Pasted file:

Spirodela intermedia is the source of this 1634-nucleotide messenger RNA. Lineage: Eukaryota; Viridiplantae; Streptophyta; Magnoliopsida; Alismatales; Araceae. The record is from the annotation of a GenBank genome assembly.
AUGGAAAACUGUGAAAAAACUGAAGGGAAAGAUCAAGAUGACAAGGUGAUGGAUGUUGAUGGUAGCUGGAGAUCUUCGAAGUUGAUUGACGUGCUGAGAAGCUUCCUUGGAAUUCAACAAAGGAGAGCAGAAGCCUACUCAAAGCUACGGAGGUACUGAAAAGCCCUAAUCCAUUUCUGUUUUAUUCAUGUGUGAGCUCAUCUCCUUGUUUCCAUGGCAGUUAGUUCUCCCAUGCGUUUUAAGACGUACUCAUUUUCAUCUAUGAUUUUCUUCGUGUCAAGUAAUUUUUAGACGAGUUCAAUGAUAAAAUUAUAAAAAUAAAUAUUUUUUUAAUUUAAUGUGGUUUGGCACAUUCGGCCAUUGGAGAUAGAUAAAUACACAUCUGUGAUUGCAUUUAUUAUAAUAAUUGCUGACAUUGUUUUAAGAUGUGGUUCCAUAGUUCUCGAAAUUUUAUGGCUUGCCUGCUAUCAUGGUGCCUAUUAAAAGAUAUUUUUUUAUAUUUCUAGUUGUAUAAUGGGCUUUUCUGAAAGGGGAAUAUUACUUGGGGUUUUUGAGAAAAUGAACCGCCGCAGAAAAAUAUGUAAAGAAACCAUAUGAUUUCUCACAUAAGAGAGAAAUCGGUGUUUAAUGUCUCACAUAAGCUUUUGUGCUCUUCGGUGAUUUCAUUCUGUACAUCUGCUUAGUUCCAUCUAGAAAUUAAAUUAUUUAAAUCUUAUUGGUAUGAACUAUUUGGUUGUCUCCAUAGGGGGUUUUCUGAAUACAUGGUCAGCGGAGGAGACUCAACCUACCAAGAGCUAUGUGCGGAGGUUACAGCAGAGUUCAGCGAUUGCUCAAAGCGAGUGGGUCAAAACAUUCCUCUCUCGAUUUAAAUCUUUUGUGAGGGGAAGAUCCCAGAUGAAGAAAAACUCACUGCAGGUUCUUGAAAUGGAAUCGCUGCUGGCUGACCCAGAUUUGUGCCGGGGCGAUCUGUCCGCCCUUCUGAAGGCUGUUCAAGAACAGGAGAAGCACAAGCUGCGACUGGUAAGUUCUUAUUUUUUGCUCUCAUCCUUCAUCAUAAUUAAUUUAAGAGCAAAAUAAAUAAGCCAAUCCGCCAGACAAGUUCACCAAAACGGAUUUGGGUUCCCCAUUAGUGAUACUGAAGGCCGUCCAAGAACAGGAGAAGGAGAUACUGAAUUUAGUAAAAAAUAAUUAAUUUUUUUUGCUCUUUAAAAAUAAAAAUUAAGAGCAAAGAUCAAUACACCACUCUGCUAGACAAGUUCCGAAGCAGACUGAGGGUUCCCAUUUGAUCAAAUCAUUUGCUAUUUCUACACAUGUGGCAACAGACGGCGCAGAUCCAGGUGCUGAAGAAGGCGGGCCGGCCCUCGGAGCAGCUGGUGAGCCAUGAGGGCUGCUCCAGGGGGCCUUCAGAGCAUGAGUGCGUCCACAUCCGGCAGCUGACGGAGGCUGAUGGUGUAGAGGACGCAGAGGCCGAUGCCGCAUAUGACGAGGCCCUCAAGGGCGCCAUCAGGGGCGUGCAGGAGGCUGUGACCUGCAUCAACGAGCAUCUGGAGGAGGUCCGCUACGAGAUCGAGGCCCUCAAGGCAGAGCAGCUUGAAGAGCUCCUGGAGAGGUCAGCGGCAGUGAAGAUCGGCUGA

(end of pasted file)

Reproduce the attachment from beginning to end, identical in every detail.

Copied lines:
Spirodela intermedia is the source of this 1634-nucleotide messenger RNA. Lineage: Eukaryota; Viridiplantae; Streptophyta; Magnoliopsida; Alismatales; Araceae. The record is from the annotation of a GenBank genome assembly.
AUGGAAAACUGUGAAAAAACUGAAGGGAAAGAUCAAGAUGACAAGGUGAUGGAUGUUGAUGGUAGCUGGAGAUCUUCGAAGUUGAUUGACGUGCUGAGAAGCUUCCUUGGAAUUCAACAAAGGAGAGCAGAAGCCUACUCAAAGCUACGGAGGUACUGAAAAGCCCUAAUCCAUUUCUGUUUUAUUCAUGUGUGAGCUCAUCUCCUUGUUUCCAUGGCAGUUAGUUCUCCCAUGCGUUUUAAGACGUACUCAUUUUCAUCUAUGAUUUUCUUCGUGUCAAGUAAUUUUUAGACGAGUUCAAUGAUAAAAUUAUAAAAAUAAAUAUUUUUUUAAUUUAAUGUGGUUUGGCACAUUCGGCCAUUGGAGAUAGAUAAAUACACAUCUGUGAUUGCAUUUAUUAUAAUAAUUGCUGACAUUGUUUUAAGAUGUGGUUCCAUAGUUCUCGAAAUUUUAUGGCUUGCCUGCUAUCAUGGUGCCUAUUAAAAGAUAUUUUUUUAUAUUUCUAGUUGUAUAAUGGGCUUUUCUGAAAGGGGAAUAUUACUUGGGGUUUUUGAGAAAAUGAACCGCCGCAGAAAAAUAUGUAAAGAAACCAUAUGAUUUCUCACAUAAGAGAGAAAUCGGUGUUUAAUGUCUCACAUAAGCUUUUGUGCUCUUCGGUGAUUUCAUUCUGUACAUCUGCUUAGUUCCAUCUAGAAAUUAAAUUAUUUAAAUCUUAUUGGUAUGAACUAUUUGGUUGUCUCCAUAGGGGGUUUUCUGAAUACAUGGUCAGCGGAGGAGACUCAACCUACCAAGAGCUAUGUGCGGAGGUUACAGCAGAGUUCAGCGAUUGCUCAAAGCGAGUGGGUCAAAACAUUCCUCUCUCGAUUUAAAUCUUUUGUGAGGGGAAGAUCCCAGAUGAAGAAAAACUCACUGCAGGUUCUUGAAAUGGAAUCGCUGCUGGCUGACCCAGAUUUGUGCCGGGGCGAUCUGUCCGCCCUUCUGAAGGCUGUUCAAGAACAGGAGAAGCACAAGCUGCGACUGGUAAGUUCUUAUUUUUUGCUCUCAUCCUUCAUCAUAAUUAAUUUAAGAGCAAAAUAAAUAAGCCAAUCCGCCAGACAAGUUCACCAAAACGGAUUUGGGUUCCCCAUUAGUGAUACUGAAGGCCGUCCAAGAACAGGAGAAGGAGAUACUGAAUUUAGUAAAAAAUAAUUAAUUUUUUUUGCUCUUUAAAAAUAAAAAUUAAGAGCAAAGAUCAAUACACCACUCUGCUAGACAAGUUCCGAAGCAGACUGAGGGUUCCCAUUUGAUCAAAUCAUUUGCUAUUUCUACACAUGUGGCAACAGACGGCGCAGAUCCAGGUGCUGAAGAAGGCGGGCCGGCCCUCGGAGCAGCUGGUGAGCCAUGAGGGCUGCUCCAGGGGGCCUUCAGAGCAUGAGUGCGUCCACAUCCGGCAGCUGACGGAGGCUGAUGGUGUAGAGGACGCAGAGGCCGAUGCCGCAUAUGACGAGGCCCUCAAGGGCGCCAUCAGGGGCGUGCAGGAGGCUGUGACCUGCAUCAACGAGCAUCUGGAGGAGGUCCGCUACGAGAUCGAGGCCCUCAAGGCAGAGCAGCUUGAAGAGCUCCUGGAGAGGUCAGCGGCAGUGAAGAUCGGCUGA